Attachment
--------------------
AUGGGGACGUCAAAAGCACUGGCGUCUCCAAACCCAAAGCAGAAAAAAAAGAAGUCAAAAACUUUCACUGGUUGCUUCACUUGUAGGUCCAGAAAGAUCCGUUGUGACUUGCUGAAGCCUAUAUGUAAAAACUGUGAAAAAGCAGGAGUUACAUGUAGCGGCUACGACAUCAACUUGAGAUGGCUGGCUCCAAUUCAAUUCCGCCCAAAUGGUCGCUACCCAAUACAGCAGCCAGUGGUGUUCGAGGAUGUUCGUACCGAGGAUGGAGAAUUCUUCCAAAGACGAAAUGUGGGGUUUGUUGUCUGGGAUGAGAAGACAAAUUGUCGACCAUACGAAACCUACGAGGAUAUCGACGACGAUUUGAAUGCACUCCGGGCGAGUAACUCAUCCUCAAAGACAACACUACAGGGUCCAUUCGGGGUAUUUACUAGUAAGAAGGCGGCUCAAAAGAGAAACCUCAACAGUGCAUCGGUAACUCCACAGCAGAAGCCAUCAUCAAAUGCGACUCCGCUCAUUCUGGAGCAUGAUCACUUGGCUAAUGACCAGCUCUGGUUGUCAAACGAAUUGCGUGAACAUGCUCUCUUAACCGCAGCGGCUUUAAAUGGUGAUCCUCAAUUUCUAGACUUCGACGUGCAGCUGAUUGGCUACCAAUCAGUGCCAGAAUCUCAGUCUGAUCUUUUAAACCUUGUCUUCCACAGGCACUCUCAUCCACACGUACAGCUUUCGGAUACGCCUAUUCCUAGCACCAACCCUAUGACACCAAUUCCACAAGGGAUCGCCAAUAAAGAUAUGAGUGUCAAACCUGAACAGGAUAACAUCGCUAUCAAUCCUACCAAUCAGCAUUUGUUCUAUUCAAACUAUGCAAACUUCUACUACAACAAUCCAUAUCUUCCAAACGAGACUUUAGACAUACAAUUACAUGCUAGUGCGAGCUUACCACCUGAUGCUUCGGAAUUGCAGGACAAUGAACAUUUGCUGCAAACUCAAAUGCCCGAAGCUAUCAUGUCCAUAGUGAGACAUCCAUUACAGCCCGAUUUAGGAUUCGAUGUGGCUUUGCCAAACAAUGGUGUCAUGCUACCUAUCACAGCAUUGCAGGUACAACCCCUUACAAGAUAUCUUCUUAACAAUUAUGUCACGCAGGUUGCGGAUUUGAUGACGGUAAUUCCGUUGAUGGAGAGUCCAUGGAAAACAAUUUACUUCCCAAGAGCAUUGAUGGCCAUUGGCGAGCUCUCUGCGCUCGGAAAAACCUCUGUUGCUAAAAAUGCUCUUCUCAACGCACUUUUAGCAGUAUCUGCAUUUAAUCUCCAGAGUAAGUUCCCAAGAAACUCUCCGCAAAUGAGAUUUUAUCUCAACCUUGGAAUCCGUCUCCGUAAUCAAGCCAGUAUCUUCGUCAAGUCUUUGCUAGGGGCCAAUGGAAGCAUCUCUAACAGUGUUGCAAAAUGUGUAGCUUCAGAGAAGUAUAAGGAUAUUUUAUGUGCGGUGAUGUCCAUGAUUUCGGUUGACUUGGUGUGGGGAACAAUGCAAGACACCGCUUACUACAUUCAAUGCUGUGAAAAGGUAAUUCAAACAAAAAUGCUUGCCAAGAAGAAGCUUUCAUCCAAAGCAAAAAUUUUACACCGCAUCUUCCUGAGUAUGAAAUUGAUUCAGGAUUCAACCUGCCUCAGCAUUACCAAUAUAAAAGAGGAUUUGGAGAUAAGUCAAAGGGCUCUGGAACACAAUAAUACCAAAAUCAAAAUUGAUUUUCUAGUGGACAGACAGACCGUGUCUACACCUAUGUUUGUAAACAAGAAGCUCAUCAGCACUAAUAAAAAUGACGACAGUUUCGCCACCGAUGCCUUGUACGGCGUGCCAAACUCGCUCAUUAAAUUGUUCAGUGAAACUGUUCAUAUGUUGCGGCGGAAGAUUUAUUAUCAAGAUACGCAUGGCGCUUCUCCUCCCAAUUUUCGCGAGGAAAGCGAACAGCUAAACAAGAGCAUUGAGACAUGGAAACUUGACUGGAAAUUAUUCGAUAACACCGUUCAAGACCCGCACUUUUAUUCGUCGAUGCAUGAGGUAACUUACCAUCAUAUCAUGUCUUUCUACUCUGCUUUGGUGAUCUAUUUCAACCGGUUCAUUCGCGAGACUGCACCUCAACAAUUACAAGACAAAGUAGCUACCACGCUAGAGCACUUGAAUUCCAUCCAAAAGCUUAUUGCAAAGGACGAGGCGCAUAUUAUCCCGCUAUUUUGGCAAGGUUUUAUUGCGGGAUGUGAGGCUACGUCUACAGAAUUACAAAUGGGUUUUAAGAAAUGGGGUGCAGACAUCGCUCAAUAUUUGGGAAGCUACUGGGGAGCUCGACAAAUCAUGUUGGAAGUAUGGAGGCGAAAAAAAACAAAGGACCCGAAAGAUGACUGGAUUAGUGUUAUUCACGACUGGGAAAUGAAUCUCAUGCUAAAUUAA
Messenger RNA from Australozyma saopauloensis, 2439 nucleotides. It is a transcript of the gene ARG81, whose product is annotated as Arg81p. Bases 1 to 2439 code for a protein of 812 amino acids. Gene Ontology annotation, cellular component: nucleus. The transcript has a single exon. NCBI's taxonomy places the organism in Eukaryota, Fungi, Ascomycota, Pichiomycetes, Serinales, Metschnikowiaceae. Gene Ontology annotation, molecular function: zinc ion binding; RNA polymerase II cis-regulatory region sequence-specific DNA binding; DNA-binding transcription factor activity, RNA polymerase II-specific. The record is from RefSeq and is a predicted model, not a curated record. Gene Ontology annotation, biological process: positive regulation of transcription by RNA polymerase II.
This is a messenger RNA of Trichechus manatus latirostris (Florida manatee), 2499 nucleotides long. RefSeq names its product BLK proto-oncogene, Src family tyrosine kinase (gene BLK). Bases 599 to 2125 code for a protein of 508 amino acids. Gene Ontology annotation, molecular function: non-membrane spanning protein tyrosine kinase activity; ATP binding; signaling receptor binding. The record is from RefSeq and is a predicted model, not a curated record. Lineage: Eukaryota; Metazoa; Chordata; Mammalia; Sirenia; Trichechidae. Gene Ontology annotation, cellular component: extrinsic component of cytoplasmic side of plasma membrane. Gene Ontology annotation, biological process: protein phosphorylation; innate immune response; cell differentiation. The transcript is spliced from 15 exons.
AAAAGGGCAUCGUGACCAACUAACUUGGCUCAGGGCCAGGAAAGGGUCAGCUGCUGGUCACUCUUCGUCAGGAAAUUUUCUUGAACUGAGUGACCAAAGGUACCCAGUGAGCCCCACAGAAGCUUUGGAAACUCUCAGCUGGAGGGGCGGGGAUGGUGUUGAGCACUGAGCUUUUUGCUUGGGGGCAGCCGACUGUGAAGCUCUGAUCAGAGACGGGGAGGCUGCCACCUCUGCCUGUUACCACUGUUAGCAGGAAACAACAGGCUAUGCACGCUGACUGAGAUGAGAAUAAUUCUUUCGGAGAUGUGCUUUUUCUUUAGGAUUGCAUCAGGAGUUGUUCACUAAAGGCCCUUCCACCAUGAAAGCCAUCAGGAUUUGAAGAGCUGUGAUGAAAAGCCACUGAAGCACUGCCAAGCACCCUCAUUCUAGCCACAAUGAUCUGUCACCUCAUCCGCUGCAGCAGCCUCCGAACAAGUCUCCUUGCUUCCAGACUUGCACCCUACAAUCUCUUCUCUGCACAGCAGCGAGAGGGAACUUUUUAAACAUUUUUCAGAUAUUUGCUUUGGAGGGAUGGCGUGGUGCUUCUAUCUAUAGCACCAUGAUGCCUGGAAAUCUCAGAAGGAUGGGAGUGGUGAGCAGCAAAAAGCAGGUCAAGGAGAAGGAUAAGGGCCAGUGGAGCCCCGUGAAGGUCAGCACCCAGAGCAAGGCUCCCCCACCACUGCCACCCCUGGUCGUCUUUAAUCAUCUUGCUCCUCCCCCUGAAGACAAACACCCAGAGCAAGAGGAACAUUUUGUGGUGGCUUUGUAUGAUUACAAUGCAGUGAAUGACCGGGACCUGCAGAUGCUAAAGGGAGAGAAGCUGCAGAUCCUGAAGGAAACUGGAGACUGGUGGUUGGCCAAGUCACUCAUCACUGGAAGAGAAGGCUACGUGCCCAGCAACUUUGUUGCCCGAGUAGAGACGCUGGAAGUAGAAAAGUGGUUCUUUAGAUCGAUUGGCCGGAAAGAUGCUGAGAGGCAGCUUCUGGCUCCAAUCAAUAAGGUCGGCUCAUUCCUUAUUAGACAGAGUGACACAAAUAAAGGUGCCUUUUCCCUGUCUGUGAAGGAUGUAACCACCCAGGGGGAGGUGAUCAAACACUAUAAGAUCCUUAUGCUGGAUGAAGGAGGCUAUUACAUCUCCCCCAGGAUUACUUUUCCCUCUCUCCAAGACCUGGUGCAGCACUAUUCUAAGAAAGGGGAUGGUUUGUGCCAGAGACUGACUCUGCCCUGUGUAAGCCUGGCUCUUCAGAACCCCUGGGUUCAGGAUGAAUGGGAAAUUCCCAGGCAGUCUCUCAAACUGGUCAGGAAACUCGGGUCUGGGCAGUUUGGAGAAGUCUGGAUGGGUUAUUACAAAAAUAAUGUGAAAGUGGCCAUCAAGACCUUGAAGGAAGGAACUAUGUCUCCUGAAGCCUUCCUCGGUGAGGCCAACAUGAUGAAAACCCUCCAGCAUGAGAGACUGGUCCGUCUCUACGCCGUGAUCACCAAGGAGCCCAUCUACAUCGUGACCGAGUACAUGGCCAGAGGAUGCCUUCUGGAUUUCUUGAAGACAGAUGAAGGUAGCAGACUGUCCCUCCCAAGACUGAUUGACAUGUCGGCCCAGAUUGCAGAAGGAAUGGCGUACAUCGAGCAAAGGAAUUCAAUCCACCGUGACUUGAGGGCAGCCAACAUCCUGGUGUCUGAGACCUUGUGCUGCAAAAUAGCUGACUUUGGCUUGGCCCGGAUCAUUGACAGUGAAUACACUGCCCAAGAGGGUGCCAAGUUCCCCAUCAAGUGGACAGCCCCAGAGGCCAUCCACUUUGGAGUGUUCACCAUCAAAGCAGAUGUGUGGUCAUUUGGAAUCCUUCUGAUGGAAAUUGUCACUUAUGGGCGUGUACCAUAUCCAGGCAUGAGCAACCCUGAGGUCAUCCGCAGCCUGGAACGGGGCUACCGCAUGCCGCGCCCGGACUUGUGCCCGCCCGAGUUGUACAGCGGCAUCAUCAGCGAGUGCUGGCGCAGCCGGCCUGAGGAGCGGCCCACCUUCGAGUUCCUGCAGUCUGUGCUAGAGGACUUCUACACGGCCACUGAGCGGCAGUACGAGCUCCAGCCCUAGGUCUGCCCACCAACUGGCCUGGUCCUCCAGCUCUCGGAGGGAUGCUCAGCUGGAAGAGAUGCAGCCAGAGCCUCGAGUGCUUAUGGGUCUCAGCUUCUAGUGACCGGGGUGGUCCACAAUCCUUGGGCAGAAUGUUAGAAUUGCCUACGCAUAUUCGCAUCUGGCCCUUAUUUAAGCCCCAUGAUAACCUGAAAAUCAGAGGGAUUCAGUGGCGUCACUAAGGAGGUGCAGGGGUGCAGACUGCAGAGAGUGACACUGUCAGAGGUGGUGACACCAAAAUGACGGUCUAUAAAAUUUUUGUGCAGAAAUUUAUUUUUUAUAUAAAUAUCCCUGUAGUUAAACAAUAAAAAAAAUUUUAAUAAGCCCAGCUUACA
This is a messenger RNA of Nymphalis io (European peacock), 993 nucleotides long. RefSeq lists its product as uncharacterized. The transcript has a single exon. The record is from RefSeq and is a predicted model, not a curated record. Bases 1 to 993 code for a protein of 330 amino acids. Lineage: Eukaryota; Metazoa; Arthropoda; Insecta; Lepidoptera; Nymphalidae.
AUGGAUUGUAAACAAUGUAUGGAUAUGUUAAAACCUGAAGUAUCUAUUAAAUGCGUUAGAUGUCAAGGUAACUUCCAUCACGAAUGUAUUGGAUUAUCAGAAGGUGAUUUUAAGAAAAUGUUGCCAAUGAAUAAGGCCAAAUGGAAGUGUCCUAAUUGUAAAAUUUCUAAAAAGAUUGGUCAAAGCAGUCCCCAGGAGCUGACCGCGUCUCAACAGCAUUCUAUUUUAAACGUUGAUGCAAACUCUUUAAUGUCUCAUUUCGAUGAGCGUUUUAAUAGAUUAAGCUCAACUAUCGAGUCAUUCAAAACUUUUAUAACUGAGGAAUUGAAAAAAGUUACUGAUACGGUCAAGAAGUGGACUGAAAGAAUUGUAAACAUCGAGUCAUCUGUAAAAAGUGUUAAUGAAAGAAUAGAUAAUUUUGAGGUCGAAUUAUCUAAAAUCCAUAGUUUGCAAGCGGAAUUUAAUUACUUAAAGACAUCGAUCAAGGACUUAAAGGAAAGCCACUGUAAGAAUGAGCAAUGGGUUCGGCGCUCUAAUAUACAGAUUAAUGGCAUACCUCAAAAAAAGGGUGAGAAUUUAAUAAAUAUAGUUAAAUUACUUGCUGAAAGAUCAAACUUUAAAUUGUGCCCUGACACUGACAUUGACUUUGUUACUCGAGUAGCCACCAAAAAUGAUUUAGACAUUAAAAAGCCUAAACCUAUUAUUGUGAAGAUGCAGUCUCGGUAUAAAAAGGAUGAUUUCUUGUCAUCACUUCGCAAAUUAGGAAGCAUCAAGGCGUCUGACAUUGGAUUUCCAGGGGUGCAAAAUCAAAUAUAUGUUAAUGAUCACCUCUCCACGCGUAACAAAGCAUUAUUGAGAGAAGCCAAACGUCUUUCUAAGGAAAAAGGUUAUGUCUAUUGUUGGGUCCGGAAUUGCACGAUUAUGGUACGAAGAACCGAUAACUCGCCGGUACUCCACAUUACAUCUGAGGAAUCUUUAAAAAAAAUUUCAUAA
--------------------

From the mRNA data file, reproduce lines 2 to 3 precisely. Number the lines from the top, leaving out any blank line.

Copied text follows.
Messenger RNA from Australozyma saopauloensis, 2439 nucleotides. It is a transcript of the gene ARG81, whose product is annotated as Arg81p. Bases 1 to 2439 code for a protein of 812 amino acids. Gene Ontology annotation, cellular component: nucleus. The transcript has a single exon. NCBI's taxonomy places the organism in Eukaryota, Fungi, Ascomycota, Pichiomycetes, Serinales, Metschnikowiaceae. Gene Ontology annotation, molecular function: zinc ion binding; RNA polymerase II cis-regulatory region sequence-specific DNA binding; DNA-binding transcription factor activity, RNA polymerase II-specific. The record is from RefSeq and is a predicted model, not a curated record. Gene Ontology annotation, biological process: positive regulation of transcription by RNA polymerase II.
This is a messenger RNA of Trichechus manatus latirostris (Florida manatee), 2499 nucleotides long. RefSeq names its product BLK proto-oncogene, Src family tyrosine kinase (gene BLK). Bases 599 to 2125 code for a protein of 508 amino acids. Gene Ontology annotation, molecular function: non-membrane spanning protein tyrosine kinase activity; ATP binding; signaling receptor binding. The record is from RefSeq and is a predicted model, not a curated record. Lineage: Eukaryota; Metazoa; Chordata; Mammalia; Sirenia; Trichechidae. Gene Ontology annotation, cellular component: extrinsic component of cytoplasmic side of plasma membrane. Gene Ontology annotation, biological process: protein phosphorylation; innate immune response; cell differentiation. The transcript is spliced from 15 exons.